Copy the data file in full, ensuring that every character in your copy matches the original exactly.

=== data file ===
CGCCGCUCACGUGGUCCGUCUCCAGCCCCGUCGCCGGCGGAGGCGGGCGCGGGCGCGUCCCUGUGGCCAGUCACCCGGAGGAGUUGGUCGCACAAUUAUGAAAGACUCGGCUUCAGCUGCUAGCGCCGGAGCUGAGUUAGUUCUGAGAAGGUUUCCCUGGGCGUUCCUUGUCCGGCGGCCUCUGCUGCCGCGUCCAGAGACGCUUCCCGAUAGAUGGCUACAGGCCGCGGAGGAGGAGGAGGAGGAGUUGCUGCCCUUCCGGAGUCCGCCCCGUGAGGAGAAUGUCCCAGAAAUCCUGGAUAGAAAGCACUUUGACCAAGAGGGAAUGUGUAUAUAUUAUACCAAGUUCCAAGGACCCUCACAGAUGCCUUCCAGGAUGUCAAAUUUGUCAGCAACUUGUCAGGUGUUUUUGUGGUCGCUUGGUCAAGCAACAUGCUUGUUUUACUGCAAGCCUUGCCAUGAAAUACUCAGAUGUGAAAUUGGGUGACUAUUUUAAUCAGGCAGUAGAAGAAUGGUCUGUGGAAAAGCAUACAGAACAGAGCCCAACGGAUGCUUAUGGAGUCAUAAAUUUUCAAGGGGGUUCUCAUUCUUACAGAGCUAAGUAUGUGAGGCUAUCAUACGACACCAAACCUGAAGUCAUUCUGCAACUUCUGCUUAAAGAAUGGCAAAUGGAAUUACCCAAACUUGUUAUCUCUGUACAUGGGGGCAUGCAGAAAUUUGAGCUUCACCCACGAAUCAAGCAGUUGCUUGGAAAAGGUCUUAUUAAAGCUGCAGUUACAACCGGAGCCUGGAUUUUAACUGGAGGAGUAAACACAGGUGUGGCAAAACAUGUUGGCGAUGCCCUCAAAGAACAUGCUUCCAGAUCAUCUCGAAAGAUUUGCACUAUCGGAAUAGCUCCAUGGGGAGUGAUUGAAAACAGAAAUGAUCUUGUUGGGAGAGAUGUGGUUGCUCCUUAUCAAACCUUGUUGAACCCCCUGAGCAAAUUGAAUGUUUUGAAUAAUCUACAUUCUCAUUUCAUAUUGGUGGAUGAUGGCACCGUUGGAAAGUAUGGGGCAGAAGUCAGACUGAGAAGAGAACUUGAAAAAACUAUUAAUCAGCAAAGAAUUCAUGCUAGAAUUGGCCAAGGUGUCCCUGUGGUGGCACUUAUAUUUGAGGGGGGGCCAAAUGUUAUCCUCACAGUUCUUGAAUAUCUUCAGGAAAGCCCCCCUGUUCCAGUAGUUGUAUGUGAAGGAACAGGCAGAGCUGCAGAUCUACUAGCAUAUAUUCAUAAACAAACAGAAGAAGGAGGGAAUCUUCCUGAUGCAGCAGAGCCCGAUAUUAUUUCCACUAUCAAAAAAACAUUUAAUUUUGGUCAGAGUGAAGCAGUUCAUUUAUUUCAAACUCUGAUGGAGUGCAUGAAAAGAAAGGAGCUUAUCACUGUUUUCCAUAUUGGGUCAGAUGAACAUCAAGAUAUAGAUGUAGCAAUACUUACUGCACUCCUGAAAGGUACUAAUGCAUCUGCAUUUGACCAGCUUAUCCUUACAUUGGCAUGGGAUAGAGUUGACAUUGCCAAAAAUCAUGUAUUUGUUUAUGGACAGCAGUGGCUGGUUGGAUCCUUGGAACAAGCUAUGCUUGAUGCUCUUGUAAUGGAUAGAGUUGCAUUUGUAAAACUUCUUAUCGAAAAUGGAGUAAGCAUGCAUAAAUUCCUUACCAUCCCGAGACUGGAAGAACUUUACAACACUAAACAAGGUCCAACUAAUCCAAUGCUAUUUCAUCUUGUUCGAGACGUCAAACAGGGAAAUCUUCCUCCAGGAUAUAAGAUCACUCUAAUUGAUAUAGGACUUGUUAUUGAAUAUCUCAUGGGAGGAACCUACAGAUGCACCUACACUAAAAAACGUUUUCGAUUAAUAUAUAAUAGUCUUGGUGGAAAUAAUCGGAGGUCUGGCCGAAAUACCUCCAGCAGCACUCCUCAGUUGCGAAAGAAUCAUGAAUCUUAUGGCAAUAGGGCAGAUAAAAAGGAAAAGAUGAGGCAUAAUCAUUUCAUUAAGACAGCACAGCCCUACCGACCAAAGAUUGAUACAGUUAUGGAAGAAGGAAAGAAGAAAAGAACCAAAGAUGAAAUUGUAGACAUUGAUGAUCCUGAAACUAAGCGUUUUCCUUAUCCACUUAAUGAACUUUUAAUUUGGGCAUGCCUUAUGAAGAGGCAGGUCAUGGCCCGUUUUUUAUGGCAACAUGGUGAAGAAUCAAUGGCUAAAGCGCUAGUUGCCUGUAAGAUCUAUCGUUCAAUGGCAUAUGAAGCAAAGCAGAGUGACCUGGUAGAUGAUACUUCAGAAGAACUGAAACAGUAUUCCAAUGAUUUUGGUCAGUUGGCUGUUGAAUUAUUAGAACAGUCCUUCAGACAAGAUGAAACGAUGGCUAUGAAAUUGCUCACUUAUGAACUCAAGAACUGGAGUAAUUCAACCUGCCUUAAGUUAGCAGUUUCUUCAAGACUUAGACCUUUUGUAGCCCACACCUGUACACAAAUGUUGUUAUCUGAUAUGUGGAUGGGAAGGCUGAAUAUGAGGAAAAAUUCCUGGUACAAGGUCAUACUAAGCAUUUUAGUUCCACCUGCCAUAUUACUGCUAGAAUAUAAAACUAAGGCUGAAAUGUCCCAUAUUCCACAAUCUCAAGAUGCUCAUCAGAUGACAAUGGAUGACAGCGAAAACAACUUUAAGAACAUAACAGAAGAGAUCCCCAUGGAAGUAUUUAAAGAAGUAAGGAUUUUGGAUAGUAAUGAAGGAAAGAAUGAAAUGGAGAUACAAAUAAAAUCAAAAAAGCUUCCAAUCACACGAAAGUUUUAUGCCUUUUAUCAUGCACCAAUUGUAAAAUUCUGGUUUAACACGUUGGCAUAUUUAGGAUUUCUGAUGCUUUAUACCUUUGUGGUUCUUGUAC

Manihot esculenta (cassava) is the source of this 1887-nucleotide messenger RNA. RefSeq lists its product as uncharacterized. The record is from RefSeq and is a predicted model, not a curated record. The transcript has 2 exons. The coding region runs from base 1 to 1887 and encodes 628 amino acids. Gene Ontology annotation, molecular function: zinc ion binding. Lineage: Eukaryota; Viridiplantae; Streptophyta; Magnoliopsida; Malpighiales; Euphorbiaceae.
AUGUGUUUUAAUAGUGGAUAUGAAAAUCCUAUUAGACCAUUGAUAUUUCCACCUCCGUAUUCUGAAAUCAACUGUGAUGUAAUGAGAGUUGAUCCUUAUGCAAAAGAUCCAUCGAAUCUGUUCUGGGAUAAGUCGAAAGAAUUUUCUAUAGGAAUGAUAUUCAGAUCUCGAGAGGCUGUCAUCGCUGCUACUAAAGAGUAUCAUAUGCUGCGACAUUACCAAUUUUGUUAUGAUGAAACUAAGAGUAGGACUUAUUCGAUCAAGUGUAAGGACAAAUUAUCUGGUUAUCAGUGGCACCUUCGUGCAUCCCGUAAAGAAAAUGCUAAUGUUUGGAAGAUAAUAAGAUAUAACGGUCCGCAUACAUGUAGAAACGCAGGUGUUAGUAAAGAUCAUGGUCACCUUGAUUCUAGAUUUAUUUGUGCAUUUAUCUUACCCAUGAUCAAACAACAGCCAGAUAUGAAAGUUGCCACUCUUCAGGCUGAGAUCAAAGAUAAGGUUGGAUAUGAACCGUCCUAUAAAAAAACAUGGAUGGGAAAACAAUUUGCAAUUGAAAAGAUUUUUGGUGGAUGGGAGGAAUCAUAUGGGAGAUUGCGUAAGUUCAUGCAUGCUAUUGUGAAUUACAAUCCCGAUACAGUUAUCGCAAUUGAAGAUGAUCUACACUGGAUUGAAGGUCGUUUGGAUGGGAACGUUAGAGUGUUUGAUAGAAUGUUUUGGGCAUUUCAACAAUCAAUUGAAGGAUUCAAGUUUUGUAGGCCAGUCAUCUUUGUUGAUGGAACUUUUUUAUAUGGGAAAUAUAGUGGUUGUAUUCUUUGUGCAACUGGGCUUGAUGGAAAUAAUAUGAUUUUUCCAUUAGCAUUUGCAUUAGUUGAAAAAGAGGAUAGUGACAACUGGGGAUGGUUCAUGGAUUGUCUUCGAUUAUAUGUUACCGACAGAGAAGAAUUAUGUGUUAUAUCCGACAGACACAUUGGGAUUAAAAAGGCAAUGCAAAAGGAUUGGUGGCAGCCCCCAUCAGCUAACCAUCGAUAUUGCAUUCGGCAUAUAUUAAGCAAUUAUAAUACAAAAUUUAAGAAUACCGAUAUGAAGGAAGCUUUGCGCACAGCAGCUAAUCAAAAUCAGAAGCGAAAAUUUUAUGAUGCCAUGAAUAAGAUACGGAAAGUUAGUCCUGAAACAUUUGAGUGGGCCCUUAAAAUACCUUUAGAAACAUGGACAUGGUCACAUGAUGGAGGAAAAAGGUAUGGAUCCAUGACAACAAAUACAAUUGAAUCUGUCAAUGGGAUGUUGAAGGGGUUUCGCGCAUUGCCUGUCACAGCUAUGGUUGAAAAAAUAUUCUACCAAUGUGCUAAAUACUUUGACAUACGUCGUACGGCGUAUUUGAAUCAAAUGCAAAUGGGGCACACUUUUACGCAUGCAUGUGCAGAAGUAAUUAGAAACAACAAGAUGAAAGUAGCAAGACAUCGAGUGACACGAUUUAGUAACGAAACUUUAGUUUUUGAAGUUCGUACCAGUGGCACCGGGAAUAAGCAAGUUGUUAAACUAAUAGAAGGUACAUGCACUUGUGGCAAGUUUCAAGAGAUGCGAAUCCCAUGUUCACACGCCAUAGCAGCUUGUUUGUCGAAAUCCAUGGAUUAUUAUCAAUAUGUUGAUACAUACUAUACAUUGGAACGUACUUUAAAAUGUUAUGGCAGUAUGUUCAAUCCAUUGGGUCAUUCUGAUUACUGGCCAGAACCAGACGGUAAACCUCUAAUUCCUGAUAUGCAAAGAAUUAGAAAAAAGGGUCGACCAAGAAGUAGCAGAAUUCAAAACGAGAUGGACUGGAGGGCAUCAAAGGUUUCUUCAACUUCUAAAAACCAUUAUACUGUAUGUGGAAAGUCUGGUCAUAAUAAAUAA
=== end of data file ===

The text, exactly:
CGCCGCUCACGUGGUCCGUCUCCAGCCCCGUCGCCGGCGGAGGCGGGCGCGGGCGCGUCCCUGUGGCCAGUCACCCGGAGGAGUUGGUCGCACAAUUAUGAAAGACUCGGCUUCAGCUGCUAGCGCCGGAGCUGAGUUAGUUCUGAGAAGGUUUCCCUGGGCGUUCCUUGUCCGGCGGCCUCUGCUGCCGCGUCCAGAGACGCUUCCCGAUAGAUGGCUACAGGCCGCGGAGGAGGAGGAGGAGGAGUUGCUGCCCUUCCGGAGUCCGCCCCGUGAGGAGAAUGUCCCAGAAAUCCUGGAUAGAAAGCACUUUGACCAAGAGGGAAUGUGUAUAUAUUAUACCAAGUUCCAAGGACCCUCACAGAUGCCUUCCAGGAUGUCAAAUUUGUCAGCAACUUGUCAGGUGUUUUUGUGGUCGCUUGGUCAAGCAACAUGCUUGUUUUACUGCAAGCCUUGCCAUGAAAUACUCAGAUGUGAAAUUGGGUGACUAUUUUAAUCAGGCAGUAGAAGAAUGGUCUGUGGAAAAGCAUACAGAACAGAGCCCAACGGAUGCUUAUGGAGUCAUAAAUUUUCAAGGGGGUUCUCAUUCUUACAGAGCUAAGUAUGUGAGGCUAUCAUACGACACCAAACCUGAAGUCAUUCUGCAACUUCUGCUUAAAGAAUGGCAAAUGGAAUUACCCAAACUUGUUAUCUCUGUACAUGGGGGCAUGCAGAAAUUUGAGCUUCACCCACGAAUCAAGCAGUUGCUUGGAAAAGGUCUUAUUAAAGCUGCAGUUACAACCGGAGCCUGGAUUUUAACUGGAGGAGUAAACACAGGUGUGGCAAAACAUGUUGGCGAUGCCCUCAAAGAACAUGCUUCCAGAUCAUCUCGAAAGAUUUGCACUAUCGGAAUAGCUCCAUGGGGAGUGAUUGAAAACAGAAAUGAUCUUGUUGGGAGAGAUGUGGUUGCUCCUUAUCAAACCUUGUUGAACCCCCUGAGCAAAUUGAAUGUUUUGAAUAAUCUACAUUCUCAUUUCAUAUUGGUGGAUGAUGGCACCGUUGGAAAGUAUGGGGCAGAAGUCAGACUGAGAAGAGAACUUGAAAAAACUAUUAAUCAGCAAAGAAUUCAUGCUAGAAUUGGCCAAGGUGUCCCUGUGGUGGCACUUAUAUUUGAGGGGGGGCCAAAUGUUAUCCUCACAGUUCUUGAAUAUCUUCAGGAAAGCCCCCCUGUUCCAGUAGUUGUAUGUGAAGGAACAGGCAGAGCUGCAGAUCUACUAGCAUAUAUUCAUAAACAAACAGAAGAAGGAGGGAAUCUUCCUGAUGCAGCAGAGCCCGAUAUUAUUUCCACUAUCAAAAAAACAUUUAAUUUUGGUCAGAGUGAAGCAGUUCAUUUAUUUCAAACUCUGAUGGAGUGCAUGAAAAGAAAGGAGCUUAUCACUGUUUUCCAUAUUGGGUCAGAUGAACAUCAAGAUAUAGAUGUAGCAAUACUUACUGCACUCCUGAAAGGUACUAAUGCAUCUGCAUUUGACCAGCUUAUCCUUACAUUGGCAUGGGAUAGAGUUGACAUUGCCAAAAAUCAUGUAUUUGUUUAUGGACAGCAGUGGCUGGUUGGAUCCUUGGAACAAGCUAUGCUUGAUGCUCUUGUAAUGGAUAGAGUUGCAUUUGUAAAACUUCUUAUCGAAAAUGGAGUAAGCAUGCAUAAAUUCCUUACCAUCCCGAGACUGGAAGAACUUUACAACACUAAACAAGGUCCAACUAAUCCAAUGCUAUUUCAUCUUGUUCGAGACGUCAAACAGGGAAAUCUUCCUCCAGGAUAUAAGAUCACUCUAAUUGAUAUAGGACUUGUUAUUGAAUAUCUCAUGGGAGGAACCUACAGAUGCACCUACACUAAAAAACGUUUUCGAUUAAUAUAUAAUAGUCUUGGUGGAAAUAAUCGGAGGUCUGGCCGAAAUACCUCCAGCAGCACUCCUCAGUUGCGAAAGAAUCAUGAAUCUUAUGGCAAUAGGGCAGAUAAAAAGGAAAAGAUGAGGCAUAAUCAUUUCAUUAAGACAGCACAGCCCUACCGACCAAAGAUUGAUACAGUUAUGGAAGAAGGAAAGAAGAAAAGAACCAAAGAUGAAAUUGUAGACAUUGAUGAUCCUGAAACUAAGCGUUUUCCUUAUCCACUUAAUGAACUUUUAAUUUGGGCAUGCCUUAUGAAGAGGCAGGUCAUGGCCCGUUUUUUAUGGCAACAUGGUGAAGAAUCAAUGGCUAAAGCGCUAGUUGCCUGUAAGAUCUAUCGUUCAAUGGCAUAUGAAGCAAAGCAGAGUGACCUGGUAGAUGAUACUUCAGAAGAACUGAAACAGUAUUCCAAUGAUUUUGGUCAGUUGGCUGUUGAAUUAUUAGAACAGUCCUUCAGACAAGAUGAAACGAUGGCUAUGAAAUUGCUCACUUAUGAACUCAAGAACUGGAGUAAUUCAACCUGCCUUAAGUUAGCAGUUUCUUCAAGACUUAGACCUUUUGUAGCCCACACCUGUACACAAAUGUUGUUAUCUGAUAUGUGGAUGGGAAGGCUGAAUAUGAGGAAAAAUUCCUGGUACAAGGUCAUACUAAGCAUUUUAGUUCCACCUGCCAUAUUACUGCUAGAAUAUAAAACUAAGGCUGAAAUGUCCCAUAUUCCACAAUCUCAAGAUGCUCAUCAGAUGACAAUGGAUGACAGCGAAAACAACUUUAAGAACAUAACAGAAGAGAUCCCCAUGGAAGUAUUUAAAGAAGUAAGGAUUUUGGAUAGUAAUGAAGGAAAGAAUGAAAUGGAGAUACAAAUAAAAUCAAAAAAGCUUCCAAUCACACGAAAGUUUUAUGCCUUUUAUCAUGCACCAAUUGUAAAAUUCUGGUUUAACACGUUGGCAUAUUUAGGAUUUCUGAUGCUUUAUACCUUUGUGGUUCUUGUAC

Manihot esculenta (cassava) is the source of this 1887-nucleotide messenger RNA. RefSeq lists its product as uncharacterized. The record is from RefSeq and is a predicted model, not a curated record. The transcript has 2 exons. The coding region runs from base 1 to 1887 and encodes 628 amino acids. Gene Ontology annotation, molecular function: zinc ion binding. Lineage: Eukaryota; Viridiplantae; Streptophyta; Magnoliopsida; Malpighiales; Euphorbiaceae.
AUGUGUUUUAAUAGUGGAUAUGAAAAUCCUAUUAGACCAUUGAUAUUUCCACCUCCGUAUUCUGAAAUCAACUGUGAUGUAAUGAGAGUUGAUCCUUAUGCAAAAGAUCCAUCGAAUCUGUUCUGGGAUAAGUCGAAAGAAUUUUCUAUAGGAAUGAUAUUCAGAUCUCGAGAGGCUGUCAUCGCUGCUACUAAAGAGUAUCAUAUGCUGCGACAUUACCAAUUUUGUUAUGAUGAAACUAAGAGUAGGACUUAUUCGAUCAAGUGUAAGGACAAAUUAUCUGGUUAUCAGUGGCACCUUCGUGCAUCCCGUAAAGAAAAUGCUAAUGUUUGGAAGAUAAUAAGAUAUAACGGUCCGCAUACAUGUAGAAACGCAGGUGUUAGUAAAGAUCAUGGUCACCUUGAUUCUAGAUUUAUUUGUGCAUUUAUCUUACCCAUGAUCAAACAACAGCCAGAUAUGAAAGUUGCCACUCUUCAGGCUGAGAUCAAAGAUAAGGUUGGAUAUGAACCGUCCUAUAAAAAAACAUGGAUGGGAAAACAAUUUGCAAUUGAAAAGAUUUUUGGUGGAUGGGAGGAAUCAUAUGGGAGAUUGCGUAAGUUCAUGCAUGCUAUUGUGAAUUACAAUCCCGAUACAGUUAUCGCAAUUGAAGAUGAUCUACACUGGAUUGAAGGUCGUUUGGAUGGGAACGUUAGAGUGUUUGAUAGAAUGUUUUGGGCAUUUCAACAAUCAAUUGAAGGAUUCAAGUUUUGUAGGCCAGUCAUCUUUGUUGAUGGAACUUUUUUAUAUGGGAAAUAUAGUGGUUGUAUUCUUUGUGCAACUGGGCUUGAUGGAAAUAAUAUGAUUUUUCCAUUAGCAUUUGCAUUAGUUGAAAAAGAGGAUAGUGACAACUGGGGAUGGUUCAUGGAUUGUCUUCGAUUAUAUGUUACCGACAGAGAAGAAUUAUGUGUUAUAUCCGACAGACACAUUGGGAUUAAAAAGGCAAUGCAAAAGGAUUGGUGGCAGCCCCCAUCAGCUAACCAUCGAUAUUGCAUUCGGCAUAUAUUAAGCAAUUAUAAUACAAAAUUUAAGAAUACCGAUAUGAAGGAAGCUUUGCGCACAGCAGCUAAUCAAAAUCAGAAGCGAAAAUUUUAUGAUGCCAUGAAUAAGAUACGGAAAGUUAGUCCUGAAACAUUUGAGUGGGCCCUUAAAAUACCUUUAGAAACAUGGACAUGGUCACAUGAUGGAGGAAAAAGGUAUGGAUCCAUGACAACAAAUACAAUUGAAUCUGUCAAUGGGAUGUUGAAGGGGUUUCGCGCAUUGCCUGUCACAGCUAUGGUUGAAAAAAUAUUCUACCAAUGUGCUAAAUACUUUGACAUACGUCGUACGGCGUAUUUGAAUCAAAUGCAAAUGGGGCACACUUUUACGCAUGCAUGUGCAGAAGUAAUUAGAAACAACAAGAUGAAAGUAGCAAGACAUCGAGUGACACGAUUUAGUAACGAAACUUUAGUUUUUGAAGUUCGUACCAGUGGCACCGGGAAUAAGCAAGUUGUUAAACUAAUAGAAGGUACAUGCACUUGUGGCAAGUUUCAAGAGAUGCGAAUCCCAUGUUCACACGCCAUAGCAGCUUGUUUGUCGAAAUCCAUGGAUUAUUAUCAAUAUGUUGAUACAUACUAUACAUUGGAACGUACUUUAAAAUGUUAUGGCAGUAUGUUCAAUCCAUUGGGUCAUUCUGAUUACUGGCCAGAACCAGACGGUAAACCUCUAAUUCCUGAUAUGCAAAGAAUUAGAAAAAAGGGUCGACCAAGAAGUAGCAGAAUUCAAAACGAGAUGGACUGGAGGGCAUCAAAGGUUUCUUCAACUUCUAAAAACCAUUAUACUGUAUGUGGAAAGUCUGGUCAUAAUAAAUAA